The maximum fine which can be imposed in one decision is set by the Code of Civil Procedure; this figure has changed several times within the relevant period because of inflation and monetary reform. Following the amendment which entered into force on 30 April 1996, the courts are not bound by any ceiling if three previous fines have proved ineffective.
The applicant complains under Article 8 of the Convention that, despite the Toruń District Court’s order granting him access to his daughter, he does not enjoy such access and that all his efforts proved unsuccessful in the face of the mother’s persistent non-compliance with the court orders. He also complains about the length of the enforcement proceedings instituted by him in 1994 and 1995.
The applicant further complains under Article 14 of the Convention that he is discriminated against in that as a divorced father he does not have any prospects of enjoying effective access rights.
1. The applicant complains that he was deprived of an effective access to his daughter and that the enforcement proceedings were ineffective and excessively lengthy. The Court considers that these complaints fall to be examined under Articles 8 and 6 of the Convention.
Article 8 provides, in so far as relevant:
“1. Everyone has the right to respect for his private and family life ...“
Article 6 § 1 provides, in so far as relevant:
“In the determination of his civil rights and obligations ..., everyone is entitled to a ... hearing within a reasonable time by [a] ... tribunal...”
The Government submitted that the applicant had exhausted all remedies provided for by Polish law.
However, they found that, since the applicant had actually managed to see his daughter on “numerous” occasions, he was not denied access to her. In particular, the applicant had met his daughter between 23 and 25 April 1993 and between 1 November 1992 and 7 June 1993. He also saw her on several occasions in 2001. Those meetings took place either at the applicant’s daughter elementary school or in front of the block of flats where she lived.
The Government further referred to interviews of the child by experts in psychology, where M. had expressed reluctance to see the applicant. They submitted that it would have been inappropriate to use coercion each time the applicant’s daughter refused to see him.
The Government concluded that the application should be declared inadmissible as being manifestly ill-founded since the applicant was not entirely deprived of the possibility to see his daughter.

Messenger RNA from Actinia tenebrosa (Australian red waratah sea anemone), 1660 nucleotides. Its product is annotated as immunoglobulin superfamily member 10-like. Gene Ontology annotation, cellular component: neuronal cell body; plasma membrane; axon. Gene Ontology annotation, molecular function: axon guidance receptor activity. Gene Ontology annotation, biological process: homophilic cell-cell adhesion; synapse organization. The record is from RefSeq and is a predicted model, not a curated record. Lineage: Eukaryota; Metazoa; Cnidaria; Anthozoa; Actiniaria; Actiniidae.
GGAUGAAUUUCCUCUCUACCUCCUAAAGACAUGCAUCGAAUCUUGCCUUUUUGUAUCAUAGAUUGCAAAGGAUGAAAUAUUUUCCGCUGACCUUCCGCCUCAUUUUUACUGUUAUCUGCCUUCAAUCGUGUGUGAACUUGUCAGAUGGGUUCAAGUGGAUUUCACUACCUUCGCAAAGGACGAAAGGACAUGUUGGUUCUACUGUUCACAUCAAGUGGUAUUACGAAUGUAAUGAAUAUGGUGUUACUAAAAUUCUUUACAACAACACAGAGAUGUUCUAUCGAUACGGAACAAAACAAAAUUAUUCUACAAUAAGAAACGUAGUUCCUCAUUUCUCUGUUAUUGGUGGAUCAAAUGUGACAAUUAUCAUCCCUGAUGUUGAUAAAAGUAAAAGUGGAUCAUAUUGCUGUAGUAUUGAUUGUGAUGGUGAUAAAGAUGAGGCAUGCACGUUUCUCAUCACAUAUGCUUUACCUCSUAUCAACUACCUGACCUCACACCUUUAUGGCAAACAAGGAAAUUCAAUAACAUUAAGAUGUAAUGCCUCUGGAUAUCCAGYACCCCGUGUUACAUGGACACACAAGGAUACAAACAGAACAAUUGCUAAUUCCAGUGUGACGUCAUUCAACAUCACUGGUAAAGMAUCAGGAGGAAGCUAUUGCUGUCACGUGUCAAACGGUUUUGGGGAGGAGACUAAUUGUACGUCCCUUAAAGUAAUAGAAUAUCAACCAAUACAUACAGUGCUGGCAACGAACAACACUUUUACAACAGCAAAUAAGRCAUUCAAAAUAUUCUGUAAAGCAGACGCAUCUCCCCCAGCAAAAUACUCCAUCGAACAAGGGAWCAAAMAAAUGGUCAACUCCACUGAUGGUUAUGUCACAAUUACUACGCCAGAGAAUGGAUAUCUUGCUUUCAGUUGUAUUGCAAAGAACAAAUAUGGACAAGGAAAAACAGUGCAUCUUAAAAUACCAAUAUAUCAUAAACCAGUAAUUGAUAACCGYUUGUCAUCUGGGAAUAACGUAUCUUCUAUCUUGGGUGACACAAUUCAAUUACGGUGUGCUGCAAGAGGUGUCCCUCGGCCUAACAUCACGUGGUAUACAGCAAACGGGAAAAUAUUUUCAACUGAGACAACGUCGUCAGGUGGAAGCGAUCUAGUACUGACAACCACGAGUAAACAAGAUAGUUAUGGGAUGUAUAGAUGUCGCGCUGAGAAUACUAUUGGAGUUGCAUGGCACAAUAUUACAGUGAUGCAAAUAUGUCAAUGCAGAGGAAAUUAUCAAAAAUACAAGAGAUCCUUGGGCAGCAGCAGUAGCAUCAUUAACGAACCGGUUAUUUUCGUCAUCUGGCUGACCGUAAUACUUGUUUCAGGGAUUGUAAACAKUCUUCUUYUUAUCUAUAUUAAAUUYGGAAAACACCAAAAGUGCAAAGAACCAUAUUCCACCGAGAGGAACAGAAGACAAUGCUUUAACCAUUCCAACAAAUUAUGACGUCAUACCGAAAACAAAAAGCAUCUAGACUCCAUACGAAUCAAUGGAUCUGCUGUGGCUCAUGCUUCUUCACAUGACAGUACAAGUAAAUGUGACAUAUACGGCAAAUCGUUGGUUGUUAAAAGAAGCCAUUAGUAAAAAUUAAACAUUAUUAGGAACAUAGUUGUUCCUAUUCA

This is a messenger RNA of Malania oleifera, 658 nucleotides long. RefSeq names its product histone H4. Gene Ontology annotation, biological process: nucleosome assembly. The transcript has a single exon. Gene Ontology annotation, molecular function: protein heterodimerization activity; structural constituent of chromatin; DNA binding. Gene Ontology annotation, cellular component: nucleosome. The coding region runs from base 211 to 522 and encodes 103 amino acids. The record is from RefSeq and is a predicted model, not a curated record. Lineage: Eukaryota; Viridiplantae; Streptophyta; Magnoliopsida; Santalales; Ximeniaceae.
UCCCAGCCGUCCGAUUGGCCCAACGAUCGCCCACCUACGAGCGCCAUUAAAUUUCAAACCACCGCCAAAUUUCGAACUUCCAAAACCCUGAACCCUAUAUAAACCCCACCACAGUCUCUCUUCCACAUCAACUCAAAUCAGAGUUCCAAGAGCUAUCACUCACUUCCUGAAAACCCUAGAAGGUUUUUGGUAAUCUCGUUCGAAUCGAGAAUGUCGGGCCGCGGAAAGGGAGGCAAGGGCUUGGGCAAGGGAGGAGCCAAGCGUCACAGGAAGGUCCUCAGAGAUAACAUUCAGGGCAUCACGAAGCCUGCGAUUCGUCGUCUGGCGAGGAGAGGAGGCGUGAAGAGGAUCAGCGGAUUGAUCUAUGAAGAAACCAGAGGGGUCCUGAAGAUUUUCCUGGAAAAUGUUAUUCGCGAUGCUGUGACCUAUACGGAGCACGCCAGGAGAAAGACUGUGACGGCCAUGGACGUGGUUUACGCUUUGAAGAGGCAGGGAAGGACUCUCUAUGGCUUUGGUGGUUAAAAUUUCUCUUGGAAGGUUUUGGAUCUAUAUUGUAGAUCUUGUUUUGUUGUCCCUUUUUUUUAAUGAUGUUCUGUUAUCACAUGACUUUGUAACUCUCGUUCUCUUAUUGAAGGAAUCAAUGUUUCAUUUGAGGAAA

The applicant did not contest the fact that he had managed to see his daughter on several occasions. These meetings were not, however, contrary to the Governments submissions, in the execution of the court order. These were isolated incidents when the applicant succeeded to see M. at school, during breaks between classes or in front of the block of flats where she lived, when she was returning home. This was not a kind of contact to which the applicant was entitled pursuant to the court order. Seeing his daughter in a crowd of other children, clandestinely and in a rush, could not and did not really contribute to the applicant’s maintaining family ties with his daughter. As a result, emotional ties between the applicant loosened and he became in fact excluded from the process of bringing his child up.
The Court considers, in the light of the parties’ submissions, that the complaints raise serious issues of fact and law under the Convention, the determination of which requires an examination of the merits. The Court concludes therefore that this complaint is not manifestly ill-founded within the meaning of Article 35 § 3 of the Convention. No other ground for declaring it inadmissible has been established.
2. The applicant further complains under Article 14 of the Convention that he is discriminated against in that as a divorced father he does not have any prospects of enjoying effective access rights. Article 14 provides:
“The enjoyment of the rights and freedoms set forth in [the] Convention shall be secured without discrimination on any ground such as sex, race, colour, language, religion, political or other opinion, national or social origin, association with a national minority, property, birth or other status.”
The Court finds that this complaint is not substantiated on the facts. The complaint is therefore manifestly ill-founded within the meaning of Article 35 § 3 of the Convention and must be rejected is accordance with Article 35 § 4 of the Convention.
For these reasons, the Court unanimously
Declares the complaint about ineffectiveness and length of the proceedings to enforce the applicant’s right of access to his child admissible, without prejudicing the merits of the case;
Declares the remainder of the application inadmissible.
Vincent Berger Georg Ress
SIEMIANOWSKI v. POLAND DECISION
SIEMIANOWSKI v. POLAND DECISION